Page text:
I’m of that generation where there were only two things that a woman could do if she wanted to do something other than stay home, and that was: she could become a nurse or she could become a teacher. And so there were some awfully able women who taught me from grade school on. And what they opened me up to was the possibility that I could become a teacher. And, frankly, that’s when I went off — When I went off to college, the whole idea was so that I could be a teacher. That’s what I wanted to do … I came to college on a debate scholarship. I was 16 years old when I graduated from high school. And I got a full scholarship in debate — that was room, board, tuition, books, and a little spending money. It was a fabulous scholarship. At George Washington University. If I would debate for them. It was sort of the equivalent of an athletic scholarship, only this was one that actually a girl could get, even though there weren’t very many girls in debate, either. I was going to be a teacher. And I quickly switched over and decided what I wanted to do was work with brain injured children. And so I got my degree in speech pathology and audiology, which meant that I would be able to work with children who had head trauma, and other kinds of brain injuries. And that’s what I did. .. I was married at 19, and then graduated from college, actually, after I’d married. And my first year of post graduation, I worked — it was within a public school system, but I worked with the children with disabilities. And I did that for a year. And then that summer — I actually didn’t have the education courses, so I was on an “emergency certificate,” it was called. And I went back to graduate school, and took a couple of courses in education, and said, “I don’t think this is going to work out for me.” And I was pregnant with my first baby, so I had a baby, and I stayed home for a couple of years, and I was really casting about, thinking what am I going to do. … And so I went back home to Oklahoma … for Christmas, and saw a bunch of the boys that I’d been in high school debate with, and they’d all gone on to law school. And they said, “You should go to law school, you’ll love it.” And I said, “You really think so?” And they said, “Of all of us who should have gone to law school, you’re the one who should have gone to law school.”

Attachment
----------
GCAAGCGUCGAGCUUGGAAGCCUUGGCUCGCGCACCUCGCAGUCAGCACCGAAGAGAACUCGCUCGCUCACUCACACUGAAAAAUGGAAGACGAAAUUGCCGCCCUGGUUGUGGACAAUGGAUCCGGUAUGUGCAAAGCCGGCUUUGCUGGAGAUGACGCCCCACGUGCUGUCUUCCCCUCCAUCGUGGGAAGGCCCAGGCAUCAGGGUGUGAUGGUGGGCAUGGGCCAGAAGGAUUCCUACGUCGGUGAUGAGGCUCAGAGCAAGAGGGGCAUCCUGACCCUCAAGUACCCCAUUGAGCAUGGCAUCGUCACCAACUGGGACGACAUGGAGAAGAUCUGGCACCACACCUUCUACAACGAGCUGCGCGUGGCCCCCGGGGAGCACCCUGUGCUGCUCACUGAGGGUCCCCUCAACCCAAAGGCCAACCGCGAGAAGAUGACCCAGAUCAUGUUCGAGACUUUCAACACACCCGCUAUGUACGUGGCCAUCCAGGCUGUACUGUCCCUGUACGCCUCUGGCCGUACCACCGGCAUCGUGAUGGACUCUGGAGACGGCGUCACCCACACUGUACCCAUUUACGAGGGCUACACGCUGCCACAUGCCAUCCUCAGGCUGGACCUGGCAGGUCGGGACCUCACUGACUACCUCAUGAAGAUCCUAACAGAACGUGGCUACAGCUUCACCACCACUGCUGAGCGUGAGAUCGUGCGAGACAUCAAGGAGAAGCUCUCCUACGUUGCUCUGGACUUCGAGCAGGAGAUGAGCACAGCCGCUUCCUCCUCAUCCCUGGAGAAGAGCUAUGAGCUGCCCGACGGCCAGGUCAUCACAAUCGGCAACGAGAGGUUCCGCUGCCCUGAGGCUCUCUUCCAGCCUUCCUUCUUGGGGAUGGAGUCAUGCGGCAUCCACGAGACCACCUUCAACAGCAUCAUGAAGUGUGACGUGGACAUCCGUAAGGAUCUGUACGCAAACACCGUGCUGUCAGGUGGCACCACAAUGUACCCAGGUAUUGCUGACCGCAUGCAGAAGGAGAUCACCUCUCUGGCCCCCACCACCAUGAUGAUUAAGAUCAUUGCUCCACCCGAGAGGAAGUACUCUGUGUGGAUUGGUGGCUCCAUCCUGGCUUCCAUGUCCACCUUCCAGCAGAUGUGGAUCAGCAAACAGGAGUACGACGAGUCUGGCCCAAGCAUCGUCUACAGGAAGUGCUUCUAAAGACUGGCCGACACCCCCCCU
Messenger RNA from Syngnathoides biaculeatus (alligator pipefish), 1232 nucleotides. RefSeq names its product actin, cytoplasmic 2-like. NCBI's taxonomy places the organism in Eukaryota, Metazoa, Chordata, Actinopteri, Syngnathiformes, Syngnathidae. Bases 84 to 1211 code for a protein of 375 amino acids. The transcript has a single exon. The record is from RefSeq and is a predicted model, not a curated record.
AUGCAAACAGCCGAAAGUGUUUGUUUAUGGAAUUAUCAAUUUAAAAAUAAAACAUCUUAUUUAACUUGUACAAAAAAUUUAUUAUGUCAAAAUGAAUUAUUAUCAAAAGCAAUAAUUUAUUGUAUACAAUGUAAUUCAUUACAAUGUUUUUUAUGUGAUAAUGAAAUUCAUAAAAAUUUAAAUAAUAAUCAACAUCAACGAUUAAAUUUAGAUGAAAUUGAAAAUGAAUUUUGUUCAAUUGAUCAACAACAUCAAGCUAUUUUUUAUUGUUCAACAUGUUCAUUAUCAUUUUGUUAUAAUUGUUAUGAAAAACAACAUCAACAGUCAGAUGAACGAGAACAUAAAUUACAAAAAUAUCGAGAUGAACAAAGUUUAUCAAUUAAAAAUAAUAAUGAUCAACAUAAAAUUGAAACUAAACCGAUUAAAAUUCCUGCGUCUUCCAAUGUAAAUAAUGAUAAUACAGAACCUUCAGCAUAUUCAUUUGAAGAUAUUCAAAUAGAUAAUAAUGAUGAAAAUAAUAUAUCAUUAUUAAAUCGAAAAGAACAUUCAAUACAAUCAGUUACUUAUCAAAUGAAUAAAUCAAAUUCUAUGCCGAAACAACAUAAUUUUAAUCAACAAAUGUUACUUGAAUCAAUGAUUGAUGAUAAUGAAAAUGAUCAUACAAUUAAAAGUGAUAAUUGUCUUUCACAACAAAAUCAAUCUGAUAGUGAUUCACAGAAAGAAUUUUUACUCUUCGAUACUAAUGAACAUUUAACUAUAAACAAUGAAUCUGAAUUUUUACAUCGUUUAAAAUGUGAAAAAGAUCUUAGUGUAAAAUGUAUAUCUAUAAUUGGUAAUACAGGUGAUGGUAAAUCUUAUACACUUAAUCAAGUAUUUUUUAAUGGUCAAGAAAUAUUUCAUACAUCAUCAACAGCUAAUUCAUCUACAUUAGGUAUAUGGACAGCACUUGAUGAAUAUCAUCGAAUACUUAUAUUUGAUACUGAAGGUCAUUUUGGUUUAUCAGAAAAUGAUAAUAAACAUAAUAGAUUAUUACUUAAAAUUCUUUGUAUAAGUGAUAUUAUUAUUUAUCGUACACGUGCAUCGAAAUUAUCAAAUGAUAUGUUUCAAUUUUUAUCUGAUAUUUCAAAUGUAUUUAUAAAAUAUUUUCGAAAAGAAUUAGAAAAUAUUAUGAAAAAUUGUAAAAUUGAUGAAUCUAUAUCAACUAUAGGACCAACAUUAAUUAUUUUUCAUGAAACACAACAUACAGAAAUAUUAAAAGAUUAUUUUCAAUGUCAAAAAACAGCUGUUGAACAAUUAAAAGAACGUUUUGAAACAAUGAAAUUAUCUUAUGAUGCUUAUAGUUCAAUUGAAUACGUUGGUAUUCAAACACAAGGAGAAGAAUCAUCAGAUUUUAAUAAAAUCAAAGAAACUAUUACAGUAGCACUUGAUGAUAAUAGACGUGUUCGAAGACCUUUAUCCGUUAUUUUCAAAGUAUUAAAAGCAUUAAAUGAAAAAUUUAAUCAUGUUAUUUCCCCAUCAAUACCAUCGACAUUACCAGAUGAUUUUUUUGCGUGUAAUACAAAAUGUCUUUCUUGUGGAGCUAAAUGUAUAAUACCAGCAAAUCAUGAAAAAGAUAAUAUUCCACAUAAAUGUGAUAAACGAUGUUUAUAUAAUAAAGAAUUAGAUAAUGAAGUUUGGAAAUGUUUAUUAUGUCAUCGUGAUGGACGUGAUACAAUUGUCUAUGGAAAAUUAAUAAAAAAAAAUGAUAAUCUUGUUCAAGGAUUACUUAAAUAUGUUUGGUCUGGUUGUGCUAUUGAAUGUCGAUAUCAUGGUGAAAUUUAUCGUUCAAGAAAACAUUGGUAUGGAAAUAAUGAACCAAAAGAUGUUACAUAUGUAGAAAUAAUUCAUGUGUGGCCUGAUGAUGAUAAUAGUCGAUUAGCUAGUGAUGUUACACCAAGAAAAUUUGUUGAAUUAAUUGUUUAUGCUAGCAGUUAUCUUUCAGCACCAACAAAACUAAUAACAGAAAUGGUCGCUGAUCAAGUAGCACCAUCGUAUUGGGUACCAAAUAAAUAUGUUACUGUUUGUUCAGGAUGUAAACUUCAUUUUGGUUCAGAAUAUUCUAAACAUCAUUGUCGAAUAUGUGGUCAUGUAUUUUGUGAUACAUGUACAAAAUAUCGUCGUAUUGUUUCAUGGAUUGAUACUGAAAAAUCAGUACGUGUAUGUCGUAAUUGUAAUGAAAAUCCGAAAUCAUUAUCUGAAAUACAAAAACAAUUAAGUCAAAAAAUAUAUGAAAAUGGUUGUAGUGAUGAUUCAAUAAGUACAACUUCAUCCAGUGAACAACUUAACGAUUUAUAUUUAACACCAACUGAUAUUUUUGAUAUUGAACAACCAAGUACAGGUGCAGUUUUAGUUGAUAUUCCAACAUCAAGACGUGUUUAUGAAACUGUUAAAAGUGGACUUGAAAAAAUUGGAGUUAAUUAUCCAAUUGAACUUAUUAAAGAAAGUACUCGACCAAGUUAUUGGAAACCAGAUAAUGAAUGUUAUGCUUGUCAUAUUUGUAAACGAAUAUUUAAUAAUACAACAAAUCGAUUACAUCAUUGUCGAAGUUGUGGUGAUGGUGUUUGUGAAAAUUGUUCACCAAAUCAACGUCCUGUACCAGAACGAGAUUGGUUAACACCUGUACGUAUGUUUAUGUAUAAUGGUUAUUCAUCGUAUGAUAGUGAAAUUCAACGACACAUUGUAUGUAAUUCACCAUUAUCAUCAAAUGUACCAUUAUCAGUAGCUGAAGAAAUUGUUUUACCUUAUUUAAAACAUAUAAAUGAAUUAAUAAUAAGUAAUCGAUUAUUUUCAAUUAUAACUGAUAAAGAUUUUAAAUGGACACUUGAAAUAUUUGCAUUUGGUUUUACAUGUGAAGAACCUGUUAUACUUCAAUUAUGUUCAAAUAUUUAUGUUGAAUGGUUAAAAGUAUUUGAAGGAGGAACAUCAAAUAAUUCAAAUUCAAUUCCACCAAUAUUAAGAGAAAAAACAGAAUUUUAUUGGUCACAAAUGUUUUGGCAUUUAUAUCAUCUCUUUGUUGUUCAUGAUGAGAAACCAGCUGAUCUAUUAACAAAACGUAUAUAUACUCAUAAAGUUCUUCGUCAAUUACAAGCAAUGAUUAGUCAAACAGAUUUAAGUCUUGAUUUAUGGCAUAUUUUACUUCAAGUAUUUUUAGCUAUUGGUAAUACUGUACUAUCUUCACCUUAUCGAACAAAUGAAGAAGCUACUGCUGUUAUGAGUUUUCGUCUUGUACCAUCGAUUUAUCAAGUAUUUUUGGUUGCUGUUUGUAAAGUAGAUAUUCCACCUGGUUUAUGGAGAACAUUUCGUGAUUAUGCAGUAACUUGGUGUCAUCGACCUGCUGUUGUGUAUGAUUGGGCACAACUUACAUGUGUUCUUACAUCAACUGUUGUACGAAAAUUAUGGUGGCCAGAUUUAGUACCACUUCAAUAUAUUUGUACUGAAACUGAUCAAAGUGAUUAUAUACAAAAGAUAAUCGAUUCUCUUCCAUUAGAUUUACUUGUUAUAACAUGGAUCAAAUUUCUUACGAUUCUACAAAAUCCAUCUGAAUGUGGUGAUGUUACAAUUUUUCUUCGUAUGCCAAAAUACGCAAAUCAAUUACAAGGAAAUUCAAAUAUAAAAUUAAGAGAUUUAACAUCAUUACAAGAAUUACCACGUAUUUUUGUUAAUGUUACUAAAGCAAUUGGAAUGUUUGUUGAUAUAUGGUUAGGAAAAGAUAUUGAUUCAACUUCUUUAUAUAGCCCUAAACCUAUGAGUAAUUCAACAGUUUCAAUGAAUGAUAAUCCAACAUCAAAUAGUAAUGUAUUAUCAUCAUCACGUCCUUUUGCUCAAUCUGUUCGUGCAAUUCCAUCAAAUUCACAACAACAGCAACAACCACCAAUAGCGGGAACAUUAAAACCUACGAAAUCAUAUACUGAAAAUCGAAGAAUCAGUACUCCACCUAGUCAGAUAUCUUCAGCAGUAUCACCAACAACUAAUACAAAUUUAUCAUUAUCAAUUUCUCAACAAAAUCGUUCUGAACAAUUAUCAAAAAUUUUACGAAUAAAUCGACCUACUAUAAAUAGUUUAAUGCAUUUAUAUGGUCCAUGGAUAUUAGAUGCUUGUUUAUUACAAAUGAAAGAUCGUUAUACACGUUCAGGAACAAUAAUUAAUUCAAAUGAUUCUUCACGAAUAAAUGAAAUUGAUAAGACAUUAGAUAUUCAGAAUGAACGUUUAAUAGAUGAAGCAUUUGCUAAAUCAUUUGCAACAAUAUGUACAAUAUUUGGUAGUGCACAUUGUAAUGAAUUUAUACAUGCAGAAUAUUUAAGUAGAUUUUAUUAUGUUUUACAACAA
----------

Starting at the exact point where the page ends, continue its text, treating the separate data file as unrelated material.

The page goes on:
There are consistent themes in these stories, such as that Warren wanted to teach children with special needs — as well as some puzzles (such as her claim that she could not afford to apply to college, then received a scholarship).
But there are also contradictions — and the most glaring is the different reasons given for her leaving her teaching job.
In the 2007 version of the story, the reason for her leaving her job was that she lacked the necessary education qualifications and was on a special contract — not because a male principal dismissed her for becoming pregnant. It was her subsequent studies in education, not discrimination, that convinced her to choose a different career path.
However, on the campaign trail, Warren has chosen to tell what Mediaite’s Tommy Christopher describes as a story in which “[t]he central idea has always been that she was living her dream of being a public school special ed teacher until some villainous Mad Men-era principal put the kibosh on the whole thing because of her baby bump.”
The program that interviewed Warren is called Conversations with History, a project of the University of California. The story about the contradictions appears to have been broken first by blogger Jeryl Bier, who in turn credited left-wing Jacobin magazine wrier Meagan Day, a member of the Democratic Socialists of America, for the information.
Joel B. Pollak is Senior Editor-at-Large at Breitbart News. He earned an A.B. in Social Studies and Environmental Science and Public Policy from Harvard College, and a J.D. from Harvard Law School. He is a winner of the 2018 Robert Novak Journalism Alumni Fellowship. He is also the co-author of How Trump Won: The Inside Story of a Revolution, which is available from Regnery. Follow him on Twitter at @joelpollak.